Thomas Boston on Believers Having Tribulation in the World

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C. M. Sheffield

Puritan Board Graduate
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These things have I spoken unto you, that in me ye might have peace. In the world ye shall have tribulation, but be of good cheer, I have overcome the world.—John 16:33​

This is a dark and gloomy day, in which there seems to be a black cloud of wrath hanging over our heads; which if mercy prevent not, is like to fall heavy upon us; yet the storm never blows so hard, but the children of God may have peace; being, though upon a sea, yet in a ship that cannot sink. Our text is the conclusion of our Lord’s farewell sermon to his disciples, in which we have the use and end of the whole, namely, that they might have peace. While he discoursed to them, he had in view their peace; that is inward peace and prosperity, contentment and quietness of mind in the midst of trouble. All this they might have in him; being united to him by faith, they might have peace in him, as Noah had in the ark, while the deluge was on the earth. His own word was the mean by which they were thus to obtain peace in him. This word leads the soul to Christ, where it may get peace, and teaches how to employ Christ for peace. “Unless thy law,” says David, “had been my delight, I should then have perished in mine affliction.”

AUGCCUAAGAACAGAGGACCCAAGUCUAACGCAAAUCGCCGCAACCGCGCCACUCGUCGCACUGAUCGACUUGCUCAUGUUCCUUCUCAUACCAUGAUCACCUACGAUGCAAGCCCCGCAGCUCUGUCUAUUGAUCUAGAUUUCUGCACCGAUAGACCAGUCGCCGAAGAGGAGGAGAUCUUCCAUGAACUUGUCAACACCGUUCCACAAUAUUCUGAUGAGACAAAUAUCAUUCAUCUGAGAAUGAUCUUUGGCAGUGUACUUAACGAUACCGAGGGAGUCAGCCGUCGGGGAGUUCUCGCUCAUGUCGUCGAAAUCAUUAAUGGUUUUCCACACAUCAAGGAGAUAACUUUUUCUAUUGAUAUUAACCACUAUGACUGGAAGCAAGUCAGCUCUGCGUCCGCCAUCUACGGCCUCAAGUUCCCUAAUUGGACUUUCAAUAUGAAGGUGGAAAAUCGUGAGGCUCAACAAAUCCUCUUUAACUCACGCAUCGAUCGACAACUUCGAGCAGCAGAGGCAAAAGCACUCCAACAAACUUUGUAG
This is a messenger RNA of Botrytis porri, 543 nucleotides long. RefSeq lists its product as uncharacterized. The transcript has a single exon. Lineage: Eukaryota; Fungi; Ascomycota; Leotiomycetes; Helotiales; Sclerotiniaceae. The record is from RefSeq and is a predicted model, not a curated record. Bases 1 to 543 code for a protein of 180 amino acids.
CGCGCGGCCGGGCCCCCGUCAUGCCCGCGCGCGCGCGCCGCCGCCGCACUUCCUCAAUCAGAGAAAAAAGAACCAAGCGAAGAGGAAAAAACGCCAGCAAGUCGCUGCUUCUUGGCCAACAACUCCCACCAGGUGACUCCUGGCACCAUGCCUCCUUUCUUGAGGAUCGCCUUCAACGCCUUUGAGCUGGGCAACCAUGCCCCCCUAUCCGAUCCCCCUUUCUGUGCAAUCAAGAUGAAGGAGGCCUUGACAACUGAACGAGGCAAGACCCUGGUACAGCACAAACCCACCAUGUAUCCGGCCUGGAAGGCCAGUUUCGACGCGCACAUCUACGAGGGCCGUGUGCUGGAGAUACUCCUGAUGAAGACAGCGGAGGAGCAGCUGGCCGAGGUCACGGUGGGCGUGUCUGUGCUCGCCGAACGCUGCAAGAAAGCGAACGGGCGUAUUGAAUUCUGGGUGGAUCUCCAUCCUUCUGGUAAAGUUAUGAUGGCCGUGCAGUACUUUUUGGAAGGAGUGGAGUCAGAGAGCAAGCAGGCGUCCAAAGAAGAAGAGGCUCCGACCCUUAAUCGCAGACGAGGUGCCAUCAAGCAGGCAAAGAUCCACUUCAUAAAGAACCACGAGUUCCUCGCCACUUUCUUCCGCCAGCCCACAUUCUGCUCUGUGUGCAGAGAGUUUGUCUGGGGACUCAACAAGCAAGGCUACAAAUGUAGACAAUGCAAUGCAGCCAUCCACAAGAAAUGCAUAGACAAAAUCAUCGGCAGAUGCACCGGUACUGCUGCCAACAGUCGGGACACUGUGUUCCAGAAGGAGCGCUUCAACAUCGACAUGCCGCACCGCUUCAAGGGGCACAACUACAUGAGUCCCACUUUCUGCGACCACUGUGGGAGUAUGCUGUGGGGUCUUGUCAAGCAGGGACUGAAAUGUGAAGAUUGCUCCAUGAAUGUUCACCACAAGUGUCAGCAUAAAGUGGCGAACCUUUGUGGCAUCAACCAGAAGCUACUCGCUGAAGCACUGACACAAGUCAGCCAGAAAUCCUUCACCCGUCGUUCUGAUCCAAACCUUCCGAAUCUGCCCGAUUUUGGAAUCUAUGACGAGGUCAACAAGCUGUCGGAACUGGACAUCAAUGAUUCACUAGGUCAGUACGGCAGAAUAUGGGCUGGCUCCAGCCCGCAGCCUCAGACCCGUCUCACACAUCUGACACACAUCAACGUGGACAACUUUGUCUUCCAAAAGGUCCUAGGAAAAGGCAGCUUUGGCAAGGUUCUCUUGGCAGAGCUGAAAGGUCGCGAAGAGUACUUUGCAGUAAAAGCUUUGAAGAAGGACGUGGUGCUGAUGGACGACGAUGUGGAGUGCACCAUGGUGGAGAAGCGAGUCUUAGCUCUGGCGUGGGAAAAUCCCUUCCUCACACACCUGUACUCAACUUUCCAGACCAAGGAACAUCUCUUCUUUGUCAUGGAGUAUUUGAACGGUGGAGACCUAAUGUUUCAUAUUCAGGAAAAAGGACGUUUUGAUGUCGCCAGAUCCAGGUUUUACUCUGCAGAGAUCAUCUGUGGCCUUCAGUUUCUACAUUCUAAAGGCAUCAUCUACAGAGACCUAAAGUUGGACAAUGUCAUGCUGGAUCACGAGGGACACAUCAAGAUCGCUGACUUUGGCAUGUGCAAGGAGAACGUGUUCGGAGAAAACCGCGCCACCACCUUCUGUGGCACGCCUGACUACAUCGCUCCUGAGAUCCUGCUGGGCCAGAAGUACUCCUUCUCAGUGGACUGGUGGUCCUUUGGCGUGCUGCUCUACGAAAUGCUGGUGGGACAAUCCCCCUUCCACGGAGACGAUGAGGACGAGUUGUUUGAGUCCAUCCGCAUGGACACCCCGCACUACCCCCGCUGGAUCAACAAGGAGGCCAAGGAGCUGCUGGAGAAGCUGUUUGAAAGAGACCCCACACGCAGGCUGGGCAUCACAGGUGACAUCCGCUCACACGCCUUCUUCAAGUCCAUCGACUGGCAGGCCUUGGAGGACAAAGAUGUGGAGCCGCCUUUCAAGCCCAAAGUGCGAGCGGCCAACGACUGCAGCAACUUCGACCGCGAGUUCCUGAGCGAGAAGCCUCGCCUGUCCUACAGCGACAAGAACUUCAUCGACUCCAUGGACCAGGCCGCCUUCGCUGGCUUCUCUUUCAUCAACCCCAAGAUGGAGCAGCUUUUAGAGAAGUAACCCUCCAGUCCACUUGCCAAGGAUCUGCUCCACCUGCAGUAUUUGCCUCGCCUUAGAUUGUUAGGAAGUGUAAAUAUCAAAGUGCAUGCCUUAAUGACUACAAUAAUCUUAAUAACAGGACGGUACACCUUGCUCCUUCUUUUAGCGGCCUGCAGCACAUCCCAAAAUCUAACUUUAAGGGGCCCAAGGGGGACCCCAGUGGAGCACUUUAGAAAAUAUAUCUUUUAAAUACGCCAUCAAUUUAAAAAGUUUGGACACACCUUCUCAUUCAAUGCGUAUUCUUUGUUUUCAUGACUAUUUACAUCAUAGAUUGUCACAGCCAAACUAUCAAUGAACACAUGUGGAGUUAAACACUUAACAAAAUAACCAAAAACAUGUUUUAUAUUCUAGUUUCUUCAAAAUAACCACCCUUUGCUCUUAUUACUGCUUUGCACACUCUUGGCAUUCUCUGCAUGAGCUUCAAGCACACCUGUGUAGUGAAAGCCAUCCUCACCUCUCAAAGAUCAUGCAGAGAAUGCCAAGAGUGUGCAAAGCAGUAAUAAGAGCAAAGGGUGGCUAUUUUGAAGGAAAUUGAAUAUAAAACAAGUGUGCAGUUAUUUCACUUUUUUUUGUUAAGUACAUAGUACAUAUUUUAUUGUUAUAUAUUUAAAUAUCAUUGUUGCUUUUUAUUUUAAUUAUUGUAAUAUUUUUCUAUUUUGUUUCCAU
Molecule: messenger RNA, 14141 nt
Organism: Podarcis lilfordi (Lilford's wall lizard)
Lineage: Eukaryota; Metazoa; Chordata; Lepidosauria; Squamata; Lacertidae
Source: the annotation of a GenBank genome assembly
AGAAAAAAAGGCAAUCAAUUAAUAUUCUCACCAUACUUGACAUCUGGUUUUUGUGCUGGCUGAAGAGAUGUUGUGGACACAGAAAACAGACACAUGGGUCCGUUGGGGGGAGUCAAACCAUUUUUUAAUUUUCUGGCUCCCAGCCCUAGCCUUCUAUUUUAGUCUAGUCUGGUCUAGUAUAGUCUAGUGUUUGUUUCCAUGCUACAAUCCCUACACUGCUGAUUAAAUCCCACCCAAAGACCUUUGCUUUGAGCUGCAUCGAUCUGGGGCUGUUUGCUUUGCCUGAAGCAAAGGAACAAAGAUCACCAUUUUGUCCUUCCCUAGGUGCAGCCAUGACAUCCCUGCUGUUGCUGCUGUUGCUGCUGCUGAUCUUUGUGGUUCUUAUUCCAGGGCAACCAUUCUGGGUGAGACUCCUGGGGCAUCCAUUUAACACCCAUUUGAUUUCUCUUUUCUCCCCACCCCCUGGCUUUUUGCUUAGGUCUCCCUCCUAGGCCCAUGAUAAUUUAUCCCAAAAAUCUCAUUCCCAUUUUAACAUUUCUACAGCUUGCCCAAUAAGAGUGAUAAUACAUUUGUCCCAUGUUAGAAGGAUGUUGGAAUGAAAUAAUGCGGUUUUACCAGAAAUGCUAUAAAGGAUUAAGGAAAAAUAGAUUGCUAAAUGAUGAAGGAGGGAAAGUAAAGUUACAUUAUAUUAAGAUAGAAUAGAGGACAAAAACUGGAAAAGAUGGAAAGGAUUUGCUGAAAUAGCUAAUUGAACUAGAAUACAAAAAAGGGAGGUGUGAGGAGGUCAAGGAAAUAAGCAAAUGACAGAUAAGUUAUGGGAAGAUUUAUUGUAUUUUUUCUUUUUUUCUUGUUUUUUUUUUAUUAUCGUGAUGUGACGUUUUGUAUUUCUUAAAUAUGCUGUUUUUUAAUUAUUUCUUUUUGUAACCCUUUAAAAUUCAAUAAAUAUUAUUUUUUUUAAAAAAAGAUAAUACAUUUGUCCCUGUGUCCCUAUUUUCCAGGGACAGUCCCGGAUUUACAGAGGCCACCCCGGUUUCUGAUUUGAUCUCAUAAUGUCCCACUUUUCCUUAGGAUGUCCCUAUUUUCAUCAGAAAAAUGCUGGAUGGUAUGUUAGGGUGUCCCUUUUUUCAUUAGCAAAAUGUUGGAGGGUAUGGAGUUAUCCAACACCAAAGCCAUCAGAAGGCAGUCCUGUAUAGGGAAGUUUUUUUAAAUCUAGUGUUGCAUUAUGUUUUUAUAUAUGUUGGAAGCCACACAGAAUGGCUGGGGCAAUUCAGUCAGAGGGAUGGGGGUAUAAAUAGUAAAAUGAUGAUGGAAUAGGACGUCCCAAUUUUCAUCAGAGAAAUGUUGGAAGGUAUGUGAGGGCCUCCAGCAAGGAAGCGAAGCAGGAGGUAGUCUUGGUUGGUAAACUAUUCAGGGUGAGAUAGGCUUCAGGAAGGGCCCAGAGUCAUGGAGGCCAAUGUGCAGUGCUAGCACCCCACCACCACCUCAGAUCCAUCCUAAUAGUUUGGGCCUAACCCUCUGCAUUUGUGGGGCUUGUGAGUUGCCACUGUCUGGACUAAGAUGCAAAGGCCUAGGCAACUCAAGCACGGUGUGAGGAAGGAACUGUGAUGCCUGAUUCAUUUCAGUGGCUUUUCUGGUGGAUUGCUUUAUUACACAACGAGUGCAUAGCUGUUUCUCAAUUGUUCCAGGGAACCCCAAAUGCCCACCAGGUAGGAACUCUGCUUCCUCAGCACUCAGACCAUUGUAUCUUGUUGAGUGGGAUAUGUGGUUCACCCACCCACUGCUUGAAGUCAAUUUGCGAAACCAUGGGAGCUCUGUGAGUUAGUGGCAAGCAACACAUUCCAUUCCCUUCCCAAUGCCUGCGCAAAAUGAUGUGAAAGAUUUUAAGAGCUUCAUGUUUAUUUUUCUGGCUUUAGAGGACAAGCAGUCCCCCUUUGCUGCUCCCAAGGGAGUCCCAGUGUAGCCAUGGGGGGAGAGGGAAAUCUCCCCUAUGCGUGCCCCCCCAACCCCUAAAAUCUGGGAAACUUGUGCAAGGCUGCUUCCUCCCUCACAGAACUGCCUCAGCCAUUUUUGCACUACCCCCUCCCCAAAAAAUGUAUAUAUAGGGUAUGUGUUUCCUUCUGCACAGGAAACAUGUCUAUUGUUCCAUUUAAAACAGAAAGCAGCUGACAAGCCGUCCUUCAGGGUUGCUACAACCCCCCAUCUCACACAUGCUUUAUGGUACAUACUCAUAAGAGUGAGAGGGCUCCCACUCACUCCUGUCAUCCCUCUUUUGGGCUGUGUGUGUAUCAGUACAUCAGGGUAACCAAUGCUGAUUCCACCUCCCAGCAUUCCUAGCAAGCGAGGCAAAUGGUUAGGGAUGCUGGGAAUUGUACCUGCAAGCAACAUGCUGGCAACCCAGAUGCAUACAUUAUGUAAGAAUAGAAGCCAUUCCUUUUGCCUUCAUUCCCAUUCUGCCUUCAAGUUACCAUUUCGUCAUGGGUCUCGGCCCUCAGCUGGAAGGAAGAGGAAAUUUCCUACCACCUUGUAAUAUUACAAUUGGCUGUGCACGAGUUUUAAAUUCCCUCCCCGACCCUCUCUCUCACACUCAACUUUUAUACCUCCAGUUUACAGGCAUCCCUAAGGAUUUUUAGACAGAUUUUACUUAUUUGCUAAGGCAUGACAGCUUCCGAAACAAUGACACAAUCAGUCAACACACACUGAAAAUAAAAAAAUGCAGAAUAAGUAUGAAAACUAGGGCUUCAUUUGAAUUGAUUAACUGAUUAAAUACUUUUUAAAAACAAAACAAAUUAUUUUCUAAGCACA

We have next the necessity of speaking these things to them for that end. “In the world ye shall have tribulation.” In this world they must lay their account to meet with tribulation. In heaven there is no trouble, in earth no rest. They shall have trouble in and from the world, as they have peace in and from Christ. Observe the certainty of all this; it is not, you may have, but, “you shall have tribulation.” They have no reason to be surprised with trouble. He warns them of it. It is the common way to heaven, not going there otherwise.

We have also the duty of the Lord’s people in tribulation, or under the fears of it, “Be of good cheer.” (Greek), Be confident, over the belly of all you may meet with in the world. Keep up your hearts, faint not. The comfort is, Christ has overcome the world, and therefore though it may wound you, it shall not destroy you; and as surely as Christ himself has overcome, so surely shall ye overcome.

—Thomas Boston, Believers Having Tribulation in the World in The Complete Works of the Late Rev. Thomas Boston, Ettrick, ed. Samuel McMillan (12 vols, London, 1853), IV, pp. 323-324.
 
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